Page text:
This post was originally published in Birthspirit Midwifery Journal 2009; 1: 43-46. Updated February, 2014
Each of Jaynie’s three labours built up over several days before she had contractions that were frequent enough for her to determine she was in labour. During these times she carried on with everyday activities such as attending yoga classes in her first labour and home-schooling her two daughters during the third. This period of labour was valued and enjoyable for Jaynie, spent predominantly in intimacy and seclusion with her family.
Jaynie liked midwife attendance in labour when contractions were intense but the midwife belonged on the periphery of the birth space. Jaynie’s husband, Ken, provided all the physical and emotional support with the midwife there to provide only the patient vigil. Jaynie had a deep connection with her babies throughout the continuum of childbearing so gaining affirmation of the baby’s wellbeing was through her comments about the baby’s movements and hiccups with minimal aid of a Pinard stethoscope.
If one were waiting for the anxiety of transition that is predicated in many texts, the midwife would miss the forerunner to Jaynie pushing as the spacing out of contractions is the only sign that birth is near. It is when Jaynie begins to shorten her quiet outward breath with almost imperceptible pushing that the baby’s imminent birth is signalled. With her first two births the urge to push “came out of nowhere”; during the third, she was conscious of pushing because she was tired and wanted the labour to end. Jaynie’s waters normally go within the last few moments of labour and the heavy show, often attributed to full dilation, appears moments before the baby’s head. As a sufferer of endometriosis prior to having children, Jaynie’s ability to deal with pain had already been fully tested prior to her first baby.
When her second and third babies were born she lifted one to the surface of the water herself and drew the other close after being handed to her. Her babies are ‘in arms’ babies. They sleep and rest in her arms, cheek on bare breast or in the arms of another family member.
The benefit of hindsight of having attended two of Jaynie’s three home births, and hearing the story of her first birth along with reading the midwifery notes of that birth, allows me to see the pattern over these three births. However, listening to Jaynie tell the story of her first labour and birth was disturbing for me the first time I cared for Jaynie in her second pregnancy. Evident in her story was a cascade of intervention – not the usual induction or augmentation of labour with vaginal prostaglandins, Syntocinon infusion, epidural anaesthesia and operative or surgical birth. This was a home birth story that Jaynie related, complete with of a cascade of intervention, as follows.
For this first baby, Jaynie’s labour rhythm developed over two days. She arranged in the evening of the second night for the birth pool to be dropped off before bathing and going to bed. She couldn’t sleep after 4am and used the pool for relaxation and pleasure – a pleasure still evident in her smile at this point as she related her birth story to me. Soon after the midwife’s visit at 9am Jaynie was examined vaginally and her cervix was estimated to be 6-7 centimetres dilated.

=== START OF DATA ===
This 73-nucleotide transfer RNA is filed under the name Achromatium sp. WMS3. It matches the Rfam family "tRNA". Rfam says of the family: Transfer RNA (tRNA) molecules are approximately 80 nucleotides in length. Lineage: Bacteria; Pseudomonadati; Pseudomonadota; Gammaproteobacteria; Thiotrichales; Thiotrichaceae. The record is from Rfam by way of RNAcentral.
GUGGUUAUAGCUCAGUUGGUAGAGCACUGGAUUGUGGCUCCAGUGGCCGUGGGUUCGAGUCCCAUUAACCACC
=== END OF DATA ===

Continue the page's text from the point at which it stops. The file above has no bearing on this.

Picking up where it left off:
Jaynie felt pressure from the midwife to progress in labour and took the cell salts Mag Phos and Calc Phos which were recommended to strengthen and speed contractions. These made Jaynie’s contractions more intense. When the vaginal examination was repeated four and a half hours later, her cervix had opened to be 7-8 centimetres and the baby had moved down to be at Station 0. This was seen by the midwife as not enough progress and Jaynie’s waters were artificially ruptured following which she was given the homeopathic Lobelia 200c to assist retraction of a thin lip of cervix.
Jaynie used the pool after this time and, while the midwife noted labour slowed, Jaynie felt it was strong in the pool. With all the focus on making labour stronger by artificial rupture of membranes (ARM), cell salts, homeopathy and different positional techniques, the toilet was the only place she and Ken felt they could be alone, and Jaynie intermittently sought sanctuary there.
She was examined vaginally for a third time in seven hours as she wanted to push. This was a phase that Jaynie remembers as wanting to lie down and relax but she was urged by the midwife to be upright as the latter had a sense of urgency that the baby had to be born, the reason for which was not reflected in the midwifery notes. It may well have been the presence of meconium which became known with membrane rupture as abnormal heart tones were not indicated in the midwifery notes. The midwife’s concern was enough for her to get Jaynie to leave the birth pool where she had been relaxing, and onto a floor mattress. Jaynie pushed expulsively on the thin anterior lip of cervix and her first daughter was born in three pushes while the midwife performed perineal massage.